“To find a fossil galaxy like this one, we had to look at the detailed chemical makeup and motions of tens of thousands of stars,” says Ricardo Schiavon from LJMU, a key member of the research team. “That is especially hard to do for stars in the center of the Milky Way, because they are hidden from view by clouds of interstellar dust. APOGEE lets us pierce through that dust and see deeper into the heart of the Milky Way than ever before.”
APOGEE does this by taking spectra of stars in near-infrared light, instead of visible light, which gets obscured by dust. Over its ten-year observational life, APOGEE has measured spectra for more than half a million stars all across the Milky Way, including its previously dust-obscured core.
Needles in a Haystack
Horta, the lead author of the paper announcing the result, explains, “examining such a large number of stars is necessary to find unusual stars in the densely-populated heart of the Milky Way, which is like finding needles in a haystack.” To separate stars belonging to Heracles from those of the original Milky Way, the team made use of both chemical compositions and velocities of stars measured by the APOGEE instrument.
Stars originally belonging to Heracles account for roughly one third of the mass of the entire Milky Way halo today – meaning that this newly-discovered ancient collision must have been a major event in the history of our Galaxy. That suggests that our Galaxy may be unusual, since most similar massive spiral galaxies had much calmer early lives.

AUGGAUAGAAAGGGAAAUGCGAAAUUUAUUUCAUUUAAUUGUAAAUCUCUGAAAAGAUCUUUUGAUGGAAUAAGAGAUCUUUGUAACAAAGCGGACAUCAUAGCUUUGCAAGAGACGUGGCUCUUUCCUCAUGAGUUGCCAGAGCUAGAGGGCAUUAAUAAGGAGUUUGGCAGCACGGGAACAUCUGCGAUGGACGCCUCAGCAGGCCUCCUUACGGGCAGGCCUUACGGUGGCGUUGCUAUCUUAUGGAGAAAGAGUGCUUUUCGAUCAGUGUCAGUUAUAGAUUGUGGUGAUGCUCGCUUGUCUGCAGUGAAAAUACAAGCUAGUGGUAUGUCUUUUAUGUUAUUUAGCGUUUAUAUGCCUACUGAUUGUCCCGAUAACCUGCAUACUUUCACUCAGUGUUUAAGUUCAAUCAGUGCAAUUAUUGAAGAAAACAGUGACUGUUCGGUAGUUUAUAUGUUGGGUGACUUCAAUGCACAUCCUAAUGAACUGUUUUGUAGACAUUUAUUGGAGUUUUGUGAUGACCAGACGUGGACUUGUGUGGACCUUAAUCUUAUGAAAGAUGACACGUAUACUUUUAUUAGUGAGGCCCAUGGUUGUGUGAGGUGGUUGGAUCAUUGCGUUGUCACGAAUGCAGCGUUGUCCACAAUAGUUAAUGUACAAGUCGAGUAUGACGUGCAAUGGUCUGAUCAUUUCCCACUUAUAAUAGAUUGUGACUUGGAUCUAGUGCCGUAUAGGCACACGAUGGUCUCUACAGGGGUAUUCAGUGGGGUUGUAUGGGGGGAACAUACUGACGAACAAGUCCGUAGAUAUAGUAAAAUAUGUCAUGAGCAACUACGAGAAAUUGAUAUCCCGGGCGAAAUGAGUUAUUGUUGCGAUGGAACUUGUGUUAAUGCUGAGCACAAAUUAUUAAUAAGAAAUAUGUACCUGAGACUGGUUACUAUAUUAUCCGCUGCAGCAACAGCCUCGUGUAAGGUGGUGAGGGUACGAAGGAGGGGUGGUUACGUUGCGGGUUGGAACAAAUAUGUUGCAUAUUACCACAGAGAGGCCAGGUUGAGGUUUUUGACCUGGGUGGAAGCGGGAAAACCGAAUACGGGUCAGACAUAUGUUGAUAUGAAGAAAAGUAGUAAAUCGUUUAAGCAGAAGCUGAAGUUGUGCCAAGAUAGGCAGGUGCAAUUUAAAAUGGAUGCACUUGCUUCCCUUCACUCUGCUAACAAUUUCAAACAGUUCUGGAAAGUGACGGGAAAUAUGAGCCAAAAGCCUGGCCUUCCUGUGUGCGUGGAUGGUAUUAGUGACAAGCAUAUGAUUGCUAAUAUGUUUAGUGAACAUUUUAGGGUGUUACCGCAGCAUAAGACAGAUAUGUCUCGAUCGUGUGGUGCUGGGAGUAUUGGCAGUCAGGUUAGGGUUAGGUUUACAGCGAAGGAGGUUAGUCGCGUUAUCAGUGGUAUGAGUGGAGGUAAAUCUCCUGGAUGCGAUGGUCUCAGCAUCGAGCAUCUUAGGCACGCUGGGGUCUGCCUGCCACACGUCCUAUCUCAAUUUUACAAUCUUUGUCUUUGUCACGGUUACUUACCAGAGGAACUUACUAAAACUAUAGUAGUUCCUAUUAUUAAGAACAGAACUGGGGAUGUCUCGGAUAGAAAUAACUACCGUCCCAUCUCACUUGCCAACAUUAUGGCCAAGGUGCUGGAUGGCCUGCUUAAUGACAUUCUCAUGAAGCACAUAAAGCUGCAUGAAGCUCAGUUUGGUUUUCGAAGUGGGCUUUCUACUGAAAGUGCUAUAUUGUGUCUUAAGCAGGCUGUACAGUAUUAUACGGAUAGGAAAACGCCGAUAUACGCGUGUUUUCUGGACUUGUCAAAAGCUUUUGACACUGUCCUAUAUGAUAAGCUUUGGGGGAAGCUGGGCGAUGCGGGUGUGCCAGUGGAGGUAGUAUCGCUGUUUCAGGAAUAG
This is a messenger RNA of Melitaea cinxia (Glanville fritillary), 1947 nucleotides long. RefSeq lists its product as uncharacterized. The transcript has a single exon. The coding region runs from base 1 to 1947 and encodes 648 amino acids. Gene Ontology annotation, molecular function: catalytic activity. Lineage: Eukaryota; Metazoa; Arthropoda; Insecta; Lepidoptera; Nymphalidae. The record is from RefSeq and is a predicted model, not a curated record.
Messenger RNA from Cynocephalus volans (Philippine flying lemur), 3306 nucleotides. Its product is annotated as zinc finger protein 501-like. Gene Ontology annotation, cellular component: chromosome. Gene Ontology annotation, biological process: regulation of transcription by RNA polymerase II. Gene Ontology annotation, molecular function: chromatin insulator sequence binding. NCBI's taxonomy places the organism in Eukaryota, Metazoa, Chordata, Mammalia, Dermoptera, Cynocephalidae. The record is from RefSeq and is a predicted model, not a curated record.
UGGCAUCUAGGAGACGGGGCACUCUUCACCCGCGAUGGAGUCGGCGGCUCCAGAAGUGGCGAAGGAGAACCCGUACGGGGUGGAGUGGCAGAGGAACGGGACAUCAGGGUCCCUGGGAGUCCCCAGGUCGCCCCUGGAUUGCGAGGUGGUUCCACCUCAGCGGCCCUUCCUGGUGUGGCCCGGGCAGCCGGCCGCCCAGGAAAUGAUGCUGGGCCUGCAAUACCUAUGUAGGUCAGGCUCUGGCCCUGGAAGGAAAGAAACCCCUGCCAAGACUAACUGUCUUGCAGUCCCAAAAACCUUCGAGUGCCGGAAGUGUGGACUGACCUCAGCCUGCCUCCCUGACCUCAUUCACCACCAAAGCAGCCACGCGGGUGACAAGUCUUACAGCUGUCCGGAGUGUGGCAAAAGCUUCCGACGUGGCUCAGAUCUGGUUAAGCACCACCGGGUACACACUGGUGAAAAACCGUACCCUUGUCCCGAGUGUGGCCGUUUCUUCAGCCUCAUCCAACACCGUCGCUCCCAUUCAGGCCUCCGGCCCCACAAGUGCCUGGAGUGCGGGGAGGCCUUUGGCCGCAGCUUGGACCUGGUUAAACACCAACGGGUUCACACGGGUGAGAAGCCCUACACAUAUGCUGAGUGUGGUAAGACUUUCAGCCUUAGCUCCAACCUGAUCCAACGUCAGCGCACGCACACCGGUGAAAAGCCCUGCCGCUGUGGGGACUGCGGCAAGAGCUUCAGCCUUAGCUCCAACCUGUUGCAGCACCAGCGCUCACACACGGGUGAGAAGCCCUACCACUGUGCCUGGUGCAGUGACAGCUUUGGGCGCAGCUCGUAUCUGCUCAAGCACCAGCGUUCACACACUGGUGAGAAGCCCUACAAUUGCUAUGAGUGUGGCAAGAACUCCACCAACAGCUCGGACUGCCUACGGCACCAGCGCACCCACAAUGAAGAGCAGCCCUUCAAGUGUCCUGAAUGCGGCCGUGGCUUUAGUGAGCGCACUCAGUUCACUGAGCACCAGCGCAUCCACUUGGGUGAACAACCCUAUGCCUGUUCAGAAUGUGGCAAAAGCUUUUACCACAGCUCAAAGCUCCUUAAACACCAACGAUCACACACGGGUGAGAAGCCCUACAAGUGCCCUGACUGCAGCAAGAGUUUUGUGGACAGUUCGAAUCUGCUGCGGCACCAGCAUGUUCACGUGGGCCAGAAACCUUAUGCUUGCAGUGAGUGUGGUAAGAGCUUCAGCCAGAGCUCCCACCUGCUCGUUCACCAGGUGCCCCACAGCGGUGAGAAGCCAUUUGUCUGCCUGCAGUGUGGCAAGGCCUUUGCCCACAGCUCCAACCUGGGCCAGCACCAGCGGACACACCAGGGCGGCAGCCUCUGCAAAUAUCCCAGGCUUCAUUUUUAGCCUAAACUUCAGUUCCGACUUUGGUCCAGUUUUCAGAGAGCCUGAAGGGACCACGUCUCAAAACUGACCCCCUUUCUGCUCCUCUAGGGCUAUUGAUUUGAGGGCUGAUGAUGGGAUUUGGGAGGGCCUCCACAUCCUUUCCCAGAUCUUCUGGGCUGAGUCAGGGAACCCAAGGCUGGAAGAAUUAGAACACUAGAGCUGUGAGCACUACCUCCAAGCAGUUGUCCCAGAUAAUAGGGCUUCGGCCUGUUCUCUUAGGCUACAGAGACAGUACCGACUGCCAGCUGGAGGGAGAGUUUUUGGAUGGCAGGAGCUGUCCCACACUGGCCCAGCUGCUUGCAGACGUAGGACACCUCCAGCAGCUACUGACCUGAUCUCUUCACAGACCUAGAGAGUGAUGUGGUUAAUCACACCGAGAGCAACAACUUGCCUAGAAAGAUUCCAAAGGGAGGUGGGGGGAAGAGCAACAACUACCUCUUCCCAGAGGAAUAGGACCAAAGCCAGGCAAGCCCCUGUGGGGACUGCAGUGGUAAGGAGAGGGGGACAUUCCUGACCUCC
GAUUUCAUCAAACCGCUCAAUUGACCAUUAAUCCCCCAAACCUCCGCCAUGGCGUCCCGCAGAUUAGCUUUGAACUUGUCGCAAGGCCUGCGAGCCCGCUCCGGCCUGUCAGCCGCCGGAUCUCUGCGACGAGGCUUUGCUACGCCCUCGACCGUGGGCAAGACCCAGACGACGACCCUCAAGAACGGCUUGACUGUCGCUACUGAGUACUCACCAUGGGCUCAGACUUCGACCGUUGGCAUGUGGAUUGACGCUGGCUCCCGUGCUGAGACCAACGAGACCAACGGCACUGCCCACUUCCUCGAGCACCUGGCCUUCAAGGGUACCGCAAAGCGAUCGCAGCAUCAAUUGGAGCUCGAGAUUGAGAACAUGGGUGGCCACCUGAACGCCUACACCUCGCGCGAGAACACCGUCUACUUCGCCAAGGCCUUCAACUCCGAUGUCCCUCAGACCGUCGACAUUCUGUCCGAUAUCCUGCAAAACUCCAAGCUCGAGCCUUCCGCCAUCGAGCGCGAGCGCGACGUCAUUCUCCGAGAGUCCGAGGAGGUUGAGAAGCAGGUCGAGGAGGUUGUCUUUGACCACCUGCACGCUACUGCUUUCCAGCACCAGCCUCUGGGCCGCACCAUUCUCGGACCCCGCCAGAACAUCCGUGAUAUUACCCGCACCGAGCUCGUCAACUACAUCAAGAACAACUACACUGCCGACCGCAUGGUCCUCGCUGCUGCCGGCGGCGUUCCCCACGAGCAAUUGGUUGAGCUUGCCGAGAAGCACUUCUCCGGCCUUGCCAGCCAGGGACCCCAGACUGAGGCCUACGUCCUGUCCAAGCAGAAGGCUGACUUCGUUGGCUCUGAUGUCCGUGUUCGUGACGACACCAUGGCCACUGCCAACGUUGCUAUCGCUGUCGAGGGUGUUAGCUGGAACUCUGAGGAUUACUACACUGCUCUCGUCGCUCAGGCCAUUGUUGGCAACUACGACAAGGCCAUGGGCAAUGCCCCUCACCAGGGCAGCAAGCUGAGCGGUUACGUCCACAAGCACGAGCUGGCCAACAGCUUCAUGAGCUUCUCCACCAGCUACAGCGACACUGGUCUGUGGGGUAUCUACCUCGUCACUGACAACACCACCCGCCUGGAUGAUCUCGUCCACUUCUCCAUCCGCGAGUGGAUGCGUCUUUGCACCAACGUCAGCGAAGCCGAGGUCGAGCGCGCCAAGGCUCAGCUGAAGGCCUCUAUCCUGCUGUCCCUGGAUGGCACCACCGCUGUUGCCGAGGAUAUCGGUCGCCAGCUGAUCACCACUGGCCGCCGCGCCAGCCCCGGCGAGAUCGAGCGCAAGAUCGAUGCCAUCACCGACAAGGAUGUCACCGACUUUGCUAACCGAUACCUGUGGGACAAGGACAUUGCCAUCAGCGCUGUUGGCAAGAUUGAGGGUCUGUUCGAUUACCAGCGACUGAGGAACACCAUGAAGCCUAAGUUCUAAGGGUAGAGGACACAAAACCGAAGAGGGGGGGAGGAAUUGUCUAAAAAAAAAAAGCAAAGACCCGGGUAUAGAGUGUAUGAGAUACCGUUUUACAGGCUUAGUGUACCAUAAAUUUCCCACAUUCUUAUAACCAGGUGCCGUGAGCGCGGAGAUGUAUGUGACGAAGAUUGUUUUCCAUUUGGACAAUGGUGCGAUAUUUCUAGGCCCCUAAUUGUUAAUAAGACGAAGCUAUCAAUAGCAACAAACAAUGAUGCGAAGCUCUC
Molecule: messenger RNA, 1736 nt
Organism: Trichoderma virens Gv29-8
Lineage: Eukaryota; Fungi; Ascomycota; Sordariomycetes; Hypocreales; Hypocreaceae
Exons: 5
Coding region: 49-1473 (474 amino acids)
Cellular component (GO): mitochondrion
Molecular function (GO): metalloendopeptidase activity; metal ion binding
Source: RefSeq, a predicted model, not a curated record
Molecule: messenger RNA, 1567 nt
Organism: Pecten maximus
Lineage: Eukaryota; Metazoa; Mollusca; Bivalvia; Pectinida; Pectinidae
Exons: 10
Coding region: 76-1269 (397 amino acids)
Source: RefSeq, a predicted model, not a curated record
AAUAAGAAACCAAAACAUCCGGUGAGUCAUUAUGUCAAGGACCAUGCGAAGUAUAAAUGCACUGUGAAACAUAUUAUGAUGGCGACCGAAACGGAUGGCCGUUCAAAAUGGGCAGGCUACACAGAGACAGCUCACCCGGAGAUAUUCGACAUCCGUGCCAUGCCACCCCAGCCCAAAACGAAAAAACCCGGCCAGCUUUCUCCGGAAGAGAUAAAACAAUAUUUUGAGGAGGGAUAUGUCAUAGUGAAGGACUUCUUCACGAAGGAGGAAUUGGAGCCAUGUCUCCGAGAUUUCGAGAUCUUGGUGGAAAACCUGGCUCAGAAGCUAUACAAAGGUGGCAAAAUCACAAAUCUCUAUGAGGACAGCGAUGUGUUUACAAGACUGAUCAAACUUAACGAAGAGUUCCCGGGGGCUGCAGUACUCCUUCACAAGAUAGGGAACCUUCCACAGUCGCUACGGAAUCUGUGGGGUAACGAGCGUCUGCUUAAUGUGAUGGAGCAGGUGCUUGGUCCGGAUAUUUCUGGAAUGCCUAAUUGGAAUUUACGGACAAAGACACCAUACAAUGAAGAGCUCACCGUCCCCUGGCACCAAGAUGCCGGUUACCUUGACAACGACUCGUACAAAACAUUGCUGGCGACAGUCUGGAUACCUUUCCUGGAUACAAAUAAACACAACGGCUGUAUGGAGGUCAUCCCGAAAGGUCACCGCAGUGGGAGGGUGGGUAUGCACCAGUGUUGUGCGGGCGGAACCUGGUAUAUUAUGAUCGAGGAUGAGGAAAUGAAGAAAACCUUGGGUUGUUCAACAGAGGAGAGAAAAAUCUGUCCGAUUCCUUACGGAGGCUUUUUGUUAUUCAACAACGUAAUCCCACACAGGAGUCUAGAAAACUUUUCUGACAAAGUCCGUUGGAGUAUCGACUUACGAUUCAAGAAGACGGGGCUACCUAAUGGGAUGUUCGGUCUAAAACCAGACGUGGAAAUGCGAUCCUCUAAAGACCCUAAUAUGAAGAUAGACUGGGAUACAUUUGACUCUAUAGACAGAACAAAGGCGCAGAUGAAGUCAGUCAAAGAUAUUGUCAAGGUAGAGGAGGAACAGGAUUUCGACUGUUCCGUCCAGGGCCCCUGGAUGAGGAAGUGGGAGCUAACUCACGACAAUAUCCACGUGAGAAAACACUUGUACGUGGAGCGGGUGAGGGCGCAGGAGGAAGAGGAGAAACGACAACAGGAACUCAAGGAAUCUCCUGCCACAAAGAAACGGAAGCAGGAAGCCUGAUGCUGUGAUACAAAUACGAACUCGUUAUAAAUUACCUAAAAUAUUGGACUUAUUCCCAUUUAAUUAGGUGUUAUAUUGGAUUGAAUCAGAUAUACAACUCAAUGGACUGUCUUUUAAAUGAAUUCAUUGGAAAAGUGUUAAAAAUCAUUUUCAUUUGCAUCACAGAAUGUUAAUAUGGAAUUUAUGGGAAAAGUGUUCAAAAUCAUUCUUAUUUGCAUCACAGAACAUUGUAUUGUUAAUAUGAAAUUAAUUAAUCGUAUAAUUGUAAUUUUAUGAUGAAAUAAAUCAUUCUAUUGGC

The Last Word –“The Alpha Elements”
The main difference in chemical composition between Heracles and the stars that were formed in the Milky Way regards mostly the abundances of iron and those of so-called “alpha elements”, wrote Ricardo Schiavon in an email to The Daily Galaxy. Those are elements whose nuclei are made of the gluing together of a number of Helium nuclei (aka, an “alpha particle”, thus the terminology). Oxygen and magnesium are good examples of alpha elements. When we compare the abundance of alpha elements with that of iron in stars from a galaxy we can get a sense of how the galaxy evolved, in particular how many stars it formed, and how quickly it did so. When we compare the alpha and iron abundances of Heracles with those of the Milky Way stars, we find that star formation in Heracles was brought to an end abruptly, which we interpret as being due to the collision with the Milky Way. Galaxies form stars out of the gas that is bound gravitationally to them. When a dwarf galaxy such as Heracles collides with a massive galaxy such as the Milky Way, it loses its gas and as a result stops forming stars. The stars that already lived in Heracles are then mixed with those formed in the Milky Way, and we have to use their chemical compositions (and in some cases there orbital properties) to distinguish them today.”
And this new age of discovery will not end with the completion of APOGEE observations. The fifth phase of the SDSS has already begun taking data, and its “Milky Way Mapper” will build on the success of APOGEE to measure spectra for ten times as many stars in all parts of the Milky Way, using near-infrared light, visible light, and sometimes both.
Image credit: Danny Horta-Darrington (Liverpool John Moores University), ESA/Gaia, and the SDSS